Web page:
CRUMMOCK has reported signs of recovery in the construction market, which was hit hard during the economic downturn.

The Midlothian-based building firm said it is beginning to see a slow increase in potential business opportunities, which is translating into more work for private and public sector clients.

In the latest accounts for Crummock Holdings, newly filed at Companies House, directors wrote: "The order book and pipeline is positive, with new long-term private sector clients won and new multi-year framework contracts in both the private and public sector having been won."

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The directors noted, though, that conditions remain tough in the sector, adding: "The continued high levels of competition result in accompanying pressure on margins."

The economic downturn that followed the financial crisis of 2008 triggered a big drop in spending on construction projects and left sector players competing hard for a share of a much reduced workload.

However, privately-owned Crummock's accounts provide signs of a welcome improvement in conditions during the year to March.

The company increased gross profit margins to 10.6 per cent, from 9.5 per cent in the preceding year.

While turnover fell by seven per cent to £16.2 million, from £17.5m, it was around 12 per cent above forecast.

The improvement came during a year when the economic recovery in the UK gathered steam. Crummock also benefited from being active in sections of the market which had remained busy during tough times.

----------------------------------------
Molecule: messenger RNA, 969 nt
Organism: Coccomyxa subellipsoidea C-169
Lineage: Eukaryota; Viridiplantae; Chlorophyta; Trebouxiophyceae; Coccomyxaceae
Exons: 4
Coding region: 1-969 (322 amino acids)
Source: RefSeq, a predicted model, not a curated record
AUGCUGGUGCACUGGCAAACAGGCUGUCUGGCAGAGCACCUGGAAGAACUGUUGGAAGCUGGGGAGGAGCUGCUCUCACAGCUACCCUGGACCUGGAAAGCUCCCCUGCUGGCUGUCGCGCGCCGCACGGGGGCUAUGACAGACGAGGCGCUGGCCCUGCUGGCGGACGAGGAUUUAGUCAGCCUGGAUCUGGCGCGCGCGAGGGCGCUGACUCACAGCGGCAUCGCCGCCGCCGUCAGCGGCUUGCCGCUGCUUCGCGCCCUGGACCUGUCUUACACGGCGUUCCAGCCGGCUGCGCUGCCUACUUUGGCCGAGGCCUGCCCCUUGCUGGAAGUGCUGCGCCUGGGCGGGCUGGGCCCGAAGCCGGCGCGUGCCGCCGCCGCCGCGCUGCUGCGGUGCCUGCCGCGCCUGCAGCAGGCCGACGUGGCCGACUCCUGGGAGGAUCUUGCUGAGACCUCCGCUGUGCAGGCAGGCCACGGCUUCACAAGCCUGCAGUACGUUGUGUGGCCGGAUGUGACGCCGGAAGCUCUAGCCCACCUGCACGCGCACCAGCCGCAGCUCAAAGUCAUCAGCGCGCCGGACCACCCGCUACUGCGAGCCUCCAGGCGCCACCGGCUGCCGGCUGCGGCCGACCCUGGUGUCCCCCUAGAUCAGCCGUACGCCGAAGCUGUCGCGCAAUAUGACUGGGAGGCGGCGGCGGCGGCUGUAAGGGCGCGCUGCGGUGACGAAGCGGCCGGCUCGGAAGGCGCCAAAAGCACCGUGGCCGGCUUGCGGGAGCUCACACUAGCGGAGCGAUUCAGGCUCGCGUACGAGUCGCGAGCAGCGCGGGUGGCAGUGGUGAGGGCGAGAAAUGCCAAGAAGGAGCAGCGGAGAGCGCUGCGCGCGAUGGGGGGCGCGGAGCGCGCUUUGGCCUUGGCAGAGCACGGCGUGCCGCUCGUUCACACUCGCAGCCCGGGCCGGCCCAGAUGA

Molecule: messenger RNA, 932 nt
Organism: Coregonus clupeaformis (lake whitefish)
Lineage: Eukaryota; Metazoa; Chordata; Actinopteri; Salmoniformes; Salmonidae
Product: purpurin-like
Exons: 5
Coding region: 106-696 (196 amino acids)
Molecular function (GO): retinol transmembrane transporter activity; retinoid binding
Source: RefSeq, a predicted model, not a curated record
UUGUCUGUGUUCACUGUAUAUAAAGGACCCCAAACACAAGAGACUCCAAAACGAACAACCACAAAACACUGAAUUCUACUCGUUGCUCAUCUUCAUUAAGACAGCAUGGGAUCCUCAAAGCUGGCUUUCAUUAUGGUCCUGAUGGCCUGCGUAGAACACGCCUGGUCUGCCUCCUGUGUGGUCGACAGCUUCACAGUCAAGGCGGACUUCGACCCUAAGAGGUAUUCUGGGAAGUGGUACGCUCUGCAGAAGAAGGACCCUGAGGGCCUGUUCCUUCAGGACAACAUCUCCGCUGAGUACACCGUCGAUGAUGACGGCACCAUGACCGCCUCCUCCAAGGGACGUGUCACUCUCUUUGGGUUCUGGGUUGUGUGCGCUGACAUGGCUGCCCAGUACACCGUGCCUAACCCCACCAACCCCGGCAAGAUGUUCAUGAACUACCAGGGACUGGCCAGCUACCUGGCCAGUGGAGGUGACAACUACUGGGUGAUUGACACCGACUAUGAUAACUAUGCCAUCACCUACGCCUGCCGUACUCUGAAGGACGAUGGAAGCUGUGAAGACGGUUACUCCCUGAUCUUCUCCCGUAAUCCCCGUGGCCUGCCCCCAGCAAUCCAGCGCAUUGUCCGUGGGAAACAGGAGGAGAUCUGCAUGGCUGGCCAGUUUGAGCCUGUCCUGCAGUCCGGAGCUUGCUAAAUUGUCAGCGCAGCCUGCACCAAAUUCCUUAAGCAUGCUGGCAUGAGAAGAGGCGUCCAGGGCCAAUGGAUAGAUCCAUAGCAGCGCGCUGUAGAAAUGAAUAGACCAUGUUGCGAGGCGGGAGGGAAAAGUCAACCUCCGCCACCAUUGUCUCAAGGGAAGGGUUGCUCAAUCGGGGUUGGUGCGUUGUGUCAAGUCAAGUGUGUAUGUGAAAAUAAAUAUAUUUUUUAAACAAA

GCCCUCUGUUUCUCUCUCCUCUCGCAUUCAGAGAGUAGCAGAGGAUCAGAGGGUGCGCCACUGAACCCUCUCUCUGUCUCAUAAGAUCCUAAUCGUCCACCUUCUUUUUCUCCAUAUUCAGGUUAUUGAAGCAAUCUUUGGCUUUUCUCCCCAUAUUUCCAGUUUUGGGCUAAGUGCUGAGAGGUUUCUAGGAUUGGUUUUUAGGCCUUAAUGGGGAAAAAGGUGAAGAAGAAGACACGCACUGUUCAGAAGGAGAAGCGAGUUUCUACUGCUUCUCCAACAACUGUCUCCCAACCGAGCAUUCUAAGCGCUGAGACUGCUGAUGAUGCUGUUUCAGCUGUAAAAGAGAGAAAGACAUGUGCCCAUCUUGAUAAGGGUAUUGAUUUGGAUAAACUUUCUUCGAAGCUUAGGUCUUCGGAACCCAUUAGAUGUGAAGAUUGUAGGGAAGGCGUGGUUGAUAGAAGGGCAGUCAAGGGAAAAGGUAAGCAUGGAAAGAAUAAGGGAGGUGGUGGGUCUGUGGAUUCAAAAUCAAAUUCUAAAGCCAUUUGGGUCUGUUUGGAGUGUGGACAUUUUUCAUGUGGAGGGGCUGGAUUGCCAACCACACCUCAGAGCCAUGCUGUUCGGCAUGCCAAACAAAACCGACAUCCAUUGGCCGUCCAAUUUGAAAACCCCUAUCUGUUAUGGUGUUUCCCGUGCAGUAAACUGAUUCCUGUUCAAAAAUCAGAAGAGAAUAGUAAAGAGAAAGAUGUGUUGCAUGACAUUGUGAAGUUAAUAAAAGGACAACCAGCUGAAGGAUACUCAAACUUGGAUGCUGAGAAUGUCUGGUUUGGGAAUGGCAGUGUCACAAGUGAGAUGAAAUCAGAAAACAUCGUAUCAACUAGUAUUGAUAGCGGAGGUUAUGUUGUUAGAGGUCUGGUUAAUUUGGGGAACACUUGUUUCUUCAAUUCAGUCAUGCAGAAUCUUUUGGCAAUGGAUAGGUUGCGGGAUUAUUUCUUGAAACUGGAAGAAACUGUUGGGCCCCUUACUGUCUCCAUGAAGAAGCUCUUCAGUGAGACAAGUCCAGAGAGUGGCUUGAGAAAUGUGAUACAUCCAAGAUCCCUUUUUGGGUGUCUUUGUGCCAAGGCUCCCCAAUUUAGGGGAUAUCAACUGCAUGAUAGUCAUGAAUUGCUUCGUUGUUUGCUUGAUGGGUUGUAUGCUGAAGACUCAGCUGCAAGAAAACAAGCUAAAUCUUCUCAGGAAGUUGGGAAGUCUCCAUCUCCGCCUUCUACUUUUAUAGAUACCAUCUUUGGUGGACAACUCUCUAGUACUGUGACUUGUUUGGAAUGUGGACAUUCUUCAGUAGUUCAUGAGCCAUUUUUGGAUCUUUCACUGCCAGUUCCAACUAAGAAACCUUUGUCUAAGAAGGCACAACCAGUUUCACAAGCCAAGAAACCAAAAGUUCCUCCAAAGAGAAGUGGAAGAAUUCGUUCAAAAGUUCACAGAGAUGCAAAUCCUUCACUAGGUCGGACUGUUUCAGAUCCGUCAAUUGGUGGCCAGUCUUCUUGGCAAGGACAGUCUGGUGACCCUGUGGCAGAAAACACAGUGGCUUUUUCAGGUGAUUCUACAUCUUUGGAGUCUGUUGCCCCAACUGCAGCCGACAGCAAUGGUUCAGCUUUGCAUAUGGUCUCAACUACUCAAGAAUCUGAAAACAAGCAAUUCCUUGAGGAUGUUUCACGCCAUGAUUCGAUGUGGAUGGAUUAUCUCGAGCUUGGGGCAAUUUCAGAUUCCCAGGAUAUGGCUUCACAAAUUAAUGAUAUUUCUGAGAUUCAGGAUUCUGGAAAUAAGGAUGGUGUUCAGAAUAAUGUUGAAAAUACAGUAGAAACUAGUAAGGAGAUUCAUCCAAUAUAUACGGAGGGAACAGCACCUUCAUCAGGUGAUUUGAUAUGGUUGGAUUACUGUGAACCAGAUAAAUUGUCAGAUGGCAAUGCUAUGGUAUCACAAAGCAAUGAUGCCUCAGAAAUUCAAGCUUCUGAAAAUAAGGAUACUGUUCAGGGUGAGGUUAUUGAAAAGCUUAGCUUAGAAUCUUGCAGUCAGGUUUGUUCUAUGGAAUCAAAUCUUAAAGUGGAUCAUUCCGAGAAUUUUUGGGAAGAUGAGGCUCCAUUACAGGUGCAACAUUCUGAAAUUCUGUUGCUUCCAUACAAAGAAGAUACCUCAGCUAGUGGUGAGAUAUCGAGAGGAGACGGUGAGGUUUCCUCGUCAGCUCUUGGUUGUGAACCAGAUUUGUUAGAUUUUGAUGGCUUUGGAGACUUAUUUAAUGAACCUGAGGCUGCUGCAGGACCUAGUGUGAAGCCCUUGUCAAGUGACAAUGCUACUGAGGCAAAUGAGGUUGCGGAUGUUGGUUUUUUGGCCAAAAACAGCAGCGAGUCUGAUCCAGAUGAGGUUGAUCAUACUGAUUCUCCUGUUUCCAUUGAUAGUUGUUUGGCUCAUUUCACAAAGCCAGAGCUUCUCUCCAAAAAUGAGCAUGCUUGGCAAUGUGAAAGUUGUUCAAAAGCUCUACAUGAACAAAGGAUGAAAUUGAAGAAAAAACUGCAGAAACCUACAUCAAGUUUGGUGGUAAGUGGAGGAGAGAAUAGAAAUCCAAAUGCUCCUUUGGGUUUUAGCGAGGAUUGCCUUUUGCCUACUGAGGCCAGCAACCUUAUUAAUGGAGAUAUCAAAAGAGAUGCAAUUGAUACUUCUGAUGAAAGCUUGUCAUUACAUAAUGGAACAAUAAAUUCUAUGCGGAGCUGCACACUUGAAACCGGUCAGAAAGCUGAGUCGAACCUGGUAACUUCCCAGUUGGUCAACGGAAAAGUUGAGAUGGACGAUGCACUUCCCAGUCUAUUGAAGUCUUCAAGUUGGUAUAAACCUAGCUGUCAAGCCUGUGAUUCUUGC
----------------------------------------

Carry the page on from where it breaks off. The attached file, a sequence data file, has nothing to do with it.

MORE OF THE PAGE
In December the company said it had enjoyed increased demand from oil and gas firms for the protective citadels it makes. The bullet-proof citadels are designed to keep workers safe in the event of attacks on facilities such as offshore rigs.

Crummock has refurbished accommodation modules on an offshore floating production storage and offloading vessel.

Its client list includes US oil and gas giant ExxonMobil.

Regarding overseas sales, the company noted: "With a steady order book for 2014 and a targeted approach to increase our client base we, expect to increase turnover in the coming year."

Crummock won a place on Scottish Enterprise's account management scheme for high growth firms earlier this year.

The company worked on the long-running Edinburgh trams project.

Crummock made £527,000 pre-tax profit in the year to March, down slightly on the £542,000 achieved in the previous year.

The average monthly number of employees increased to 112 from 103.